The Manhattan Project

Oral Histories

David Kaiser's Interview

David Kaiser is the Germeshausen Professor of the History of Science and a Senior Lecturer in the Department of Physics at the Massachusetts Institute of Technology. He is author of the award winning book "Drawing Theories Apart: The Dispersion of Feynman Diagrams in Postwar Physics," and more recently published "How Hippies Saved Physics: Science, Counterculture, and the Quantum Revival." His discussion with Atomic Heritage Foundation President, Cindy Kelly, focuses on the birth of nuclear physics and the nuclear bomb, but ranges across scientific developments in the early-to-mid 20th Century. Kelly and Kaiser also deliberate on the facets of innovation, and connect the scientific legacy of the Manhattan Project to current scientific research.

George Kistiakowsky's Interview

Dr. George Kistiakowsky was a Ukranian-American physical chemist whose contribution to the Manhattan Project included the design of the explosive lenses for the implosion-type bomb. He emigrated to the United States in 1926 and was the head of the National Defense Research Committee (NDRC) before going to Los Alamos as the leader of the Explosives Division. Following the war, Kistiakowsky served as a prominent scientific advisor to the White House across many administrations. In this interview, author Richard Rhodes and Kistiakowsky discuss life at Los Alamos, the relationships between many of the scientists of the Manhattan Project, and Kistiakowsky’s contributions after the war.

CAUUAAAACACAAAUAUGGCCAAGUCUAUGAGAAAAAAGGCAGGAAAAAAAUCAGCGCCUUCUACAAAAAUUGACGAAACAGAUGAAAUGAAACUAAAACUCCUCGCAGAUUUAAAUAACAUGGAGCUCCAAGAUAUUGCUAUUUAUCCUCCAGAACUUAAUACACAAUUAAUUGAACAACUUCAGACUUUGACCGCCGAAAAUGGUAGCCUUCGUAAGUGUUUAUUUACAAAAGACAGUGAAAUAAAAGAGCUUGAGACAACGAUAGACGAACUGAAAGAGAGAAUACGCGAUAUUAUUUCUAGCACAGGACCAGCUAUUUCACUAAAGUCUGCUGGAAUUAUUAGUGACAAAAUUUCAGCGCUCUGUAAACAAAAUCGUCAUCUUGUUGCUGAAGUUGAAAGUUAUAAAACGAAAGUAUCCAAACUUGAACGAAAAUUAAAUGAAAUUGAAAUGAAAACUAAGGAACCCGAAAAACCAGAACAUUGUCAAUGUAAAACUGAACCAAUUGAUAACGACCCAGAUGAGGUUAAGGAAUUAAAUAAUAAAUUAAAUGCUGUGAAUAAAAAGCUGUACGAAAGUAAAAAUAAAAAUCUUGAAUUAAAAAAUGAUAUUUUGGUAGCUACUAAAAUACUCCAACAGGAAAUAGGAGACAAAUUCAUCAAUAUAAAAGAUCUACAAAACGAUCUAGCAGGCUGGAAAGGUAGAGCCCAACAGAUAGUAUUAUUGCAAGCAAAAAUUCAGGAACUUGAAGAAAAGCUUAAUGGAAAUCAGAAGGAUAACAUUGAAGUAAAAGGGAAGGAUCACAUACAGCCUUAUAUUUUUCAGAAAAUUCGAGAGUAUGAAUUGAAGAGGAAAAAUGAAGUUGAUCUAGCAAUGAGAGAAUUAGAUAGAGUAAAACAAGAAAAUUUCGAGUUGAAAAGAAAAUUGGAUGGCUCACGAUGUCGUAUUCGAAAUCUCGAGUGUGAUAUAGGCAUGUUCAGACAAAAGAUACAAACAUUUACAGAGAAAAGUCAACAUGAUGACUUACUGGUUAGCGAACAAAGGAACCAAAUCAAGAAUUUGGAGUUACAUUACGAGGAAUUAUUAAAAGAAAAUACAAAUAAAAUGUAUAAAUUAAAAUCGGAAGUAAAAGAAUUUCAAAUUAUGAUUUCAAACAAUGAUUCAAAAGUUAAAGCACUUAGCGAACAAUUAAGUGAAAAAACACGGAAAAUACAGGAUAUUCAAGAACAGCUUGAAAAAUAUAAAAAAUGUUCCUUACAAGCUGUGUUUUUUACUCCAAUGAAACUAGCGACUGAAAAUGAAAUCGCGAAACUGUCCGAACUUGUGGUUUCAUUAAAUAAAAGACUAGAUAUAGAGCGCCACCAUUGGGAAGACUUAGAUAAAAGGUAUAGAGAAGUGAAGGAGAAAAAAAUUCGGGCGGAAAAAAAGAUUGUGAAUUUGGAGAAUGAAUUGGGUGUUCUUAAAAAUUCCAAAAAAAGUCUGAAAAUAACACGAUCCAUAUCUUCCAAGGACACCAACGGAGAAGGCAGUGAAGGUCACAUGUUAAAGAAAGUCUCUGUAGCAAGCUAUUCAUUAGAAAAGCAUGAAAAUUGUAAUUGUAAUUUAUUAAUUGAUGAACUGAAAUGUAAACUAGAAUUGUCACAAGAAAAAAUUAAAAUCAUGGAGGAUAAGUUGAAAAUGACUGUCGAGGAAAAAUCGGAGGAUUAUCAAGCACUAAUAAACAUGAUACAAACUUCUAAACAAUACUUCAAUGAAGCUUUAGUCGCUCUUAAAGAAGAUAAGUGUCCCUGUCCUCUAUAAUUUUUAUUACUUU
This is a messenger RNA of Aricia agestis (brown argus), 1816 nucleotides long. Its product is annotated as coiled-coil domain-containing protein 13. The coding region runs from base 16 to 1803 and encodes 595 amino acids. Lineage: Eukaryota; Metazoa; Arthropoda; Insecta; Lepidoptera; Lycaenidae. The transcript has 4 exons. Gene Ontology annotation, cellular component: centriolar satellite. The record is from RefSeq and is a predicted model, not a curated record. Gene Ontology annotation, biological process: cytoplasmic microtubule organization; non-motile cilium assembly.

William E. Tewes' Interview (September 2013)

In July 1945 William E. Tewes was transferred from New York, where he was working on gaseous diffusion, to Oak Ridge. He worked on the leak testing operation at K-25. He discusses the many scientific and engineering innovations of the K-25 Plant, raising a family in Oak Ridge, and the friends he made among his fellow Manhattan Project workers.

Herman Snyder's Interview

Herman Snyder worked on the Manhattan Project at Oak Ridge as a soldier in the Special Engineer Detachment. He worked at the K-25 Plant for many years, and later at the Y-12 Plant. He discusses the many innovations that caused K-25 to run so smoothly and to be built so quickly. Snyder also reminisces about the sense of community at Oak Ridge, and recalls having to scrounge a pass to get his new bride through the gates into Oak Ridge.

Winston Dabney's Interview (2003)

Winston Dabney applied to be assigned to the Manhattan Project and was transferred from Camp Claiborne, Louisiana to Los Alamos in early 1944. Shortly after he arrived, Dabney was promoted to Master Sergeant, where he was responsible for sending military records to Oak Ridge, organizing payroll, and ordering military supplies. In his interview, Dabney discusses what it was like to live and work at Los Alamos. He describes working conditions, recreational activities, and housing for military members and briefly touches upon religion and the quality of food. Dabney also discusses how he met his wife, Jean, and shares several funny stories involving some of the scientists who worked at Los Alamos.